According to a recent Asia Sentinel article by Todd Crowell, there could be a new famine in North Korea.
Jiro Ishimaru, chief editor of Asiapress in Osaka who is cited in the article, notes
Ever since Kim Jong-un assumed the position of supreme leader, the media in North Korea and visiting foreigners have reported on the beautifully developing capital, Pyongyang. But in the shadow of the ‘gorgeous’ capital a hidden famine has broken out
The article estimates that 20,000 people have died of starvation in South Hwanghae province alone during the transition year of 2012. Crowell relays information coming from within North Korea on how commissary officers are “ransacking villages and dwellings looking for hidden stockpiles.” The same source also notes that food situation in the region is worse than during the famine of 1994-98.
It is true that the construction boom in Pyongyang hides the relative destitution of the population living outside the capital. I have also made the claim before that the evident development in Pyongyang suggests serious problems in the distribution of capital and other resources in the country.
In the last article, we expressed skepticism regarding the report by the UN on the reduction of the state’s grain import needs and the massive decline in uncovered food deficit (total shortage – food imported) in the face of reduced inputs to agriculture.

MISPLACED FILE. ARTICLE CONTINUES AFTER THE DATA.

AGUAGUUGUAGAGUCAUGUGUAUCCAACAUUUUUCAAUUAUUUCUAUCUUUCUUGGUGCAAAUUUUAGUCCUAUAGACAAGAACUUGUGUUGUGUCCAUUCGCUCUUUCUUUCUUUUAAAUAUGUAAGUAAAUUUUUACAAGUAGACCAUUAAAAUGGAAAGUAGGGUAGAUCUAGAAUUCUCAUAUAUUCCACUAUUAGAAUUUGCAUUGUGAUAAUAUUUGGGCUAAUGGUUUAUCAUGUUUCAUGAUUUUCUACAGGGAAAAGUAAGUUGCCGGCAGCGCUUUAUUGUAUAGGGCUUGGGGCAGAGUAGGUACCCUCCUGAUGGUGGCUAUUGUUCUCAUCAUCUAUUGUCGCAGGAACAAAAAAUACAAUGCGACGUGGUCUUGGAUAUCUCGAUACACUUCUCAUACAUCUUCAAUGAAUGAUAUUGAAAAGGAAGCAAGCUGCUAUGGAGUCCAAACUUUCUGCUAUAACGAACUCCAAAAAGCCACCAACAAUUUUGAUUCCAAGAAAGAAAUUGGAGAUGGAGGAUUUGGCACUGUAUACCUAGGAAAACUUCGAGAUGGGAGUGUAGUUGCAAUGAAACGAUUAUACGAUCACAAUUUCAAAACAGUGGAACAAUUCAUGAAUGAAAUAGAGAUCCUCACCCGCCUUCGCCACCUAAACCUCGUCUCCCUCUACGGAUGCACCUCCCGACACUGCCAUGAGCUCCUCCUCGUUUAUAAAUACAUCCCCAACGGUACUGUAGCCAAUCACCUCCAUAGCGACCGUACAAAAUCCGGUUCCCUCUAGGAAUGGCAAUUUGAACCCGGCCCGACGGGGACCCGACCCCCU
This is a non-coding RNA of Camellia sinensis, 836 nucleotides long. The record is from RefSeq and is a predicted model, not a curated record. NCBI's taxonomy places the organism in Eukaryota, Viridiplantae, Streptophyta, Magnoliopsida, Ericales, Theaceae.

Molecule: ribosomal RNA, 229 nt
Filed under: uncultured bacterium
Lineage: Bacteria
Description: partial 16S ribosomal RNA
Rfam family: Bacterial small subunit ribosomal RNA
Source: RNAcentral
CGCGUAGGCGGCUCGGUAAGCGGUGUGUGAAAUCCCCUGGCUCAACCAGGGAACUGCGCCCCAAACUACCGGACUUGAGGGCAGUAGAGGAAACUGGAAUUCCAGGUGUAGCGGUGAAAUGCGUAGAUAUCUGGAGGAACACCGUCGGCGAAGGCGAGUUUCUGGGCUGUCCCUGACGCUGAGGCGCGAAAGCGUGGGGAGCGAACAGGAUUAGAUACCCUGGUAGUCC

If Todd Crowell is correct and famine conditions equivalent to or worse than the mid-1990s have returned, then the numbers in the November 2012 CFSAM report have serious implications. Assuming production did not increase from 2011/12 and given that Pyongyang imported less food than before, one cannot ignore the possibility that the 232,000 metric ton decline in food needs is derived not from increased production but from involuntary underconsumption by the people.
This is consistent with the report from December 2012 where North Koreans in China told NPR that they could not afford the food in the markets despite there being plenty of food. And the inflation in the country is certainly not helping the situation.
As Amartya Sen emphasized time and time again, the situation in North Korea is much less about whether the country can acquire enough aggregate grain to feed the people, but rather if the people can overcome the entitlement loss resulting from Pyongyang’s ravenous appetite for resources.
It is wholly possible that the situation is not as bad as it is described by Ishimaru and Crowell. Regardless, the fact remains that the country is facing serious
shortage underconsumption – the question is scale and how to best overcome the problem.
Pyongyang must find a way to increase the purchasing power of individuals without inflating the price of food. Repeating our past suggestion, one possible solution may be to allow people in the agricultural sector to have greater control over both the means of production and the final output of their labor. This, in conjunction with bolstering markets and other institutions in the “vertical” chain of production would incentivize increased production and income while also facilitating the distribution of food.
And here we come back to the sad realization that more than a technical issue – the biggest stumbling block towards building food security in North Korea is politics.
More to come.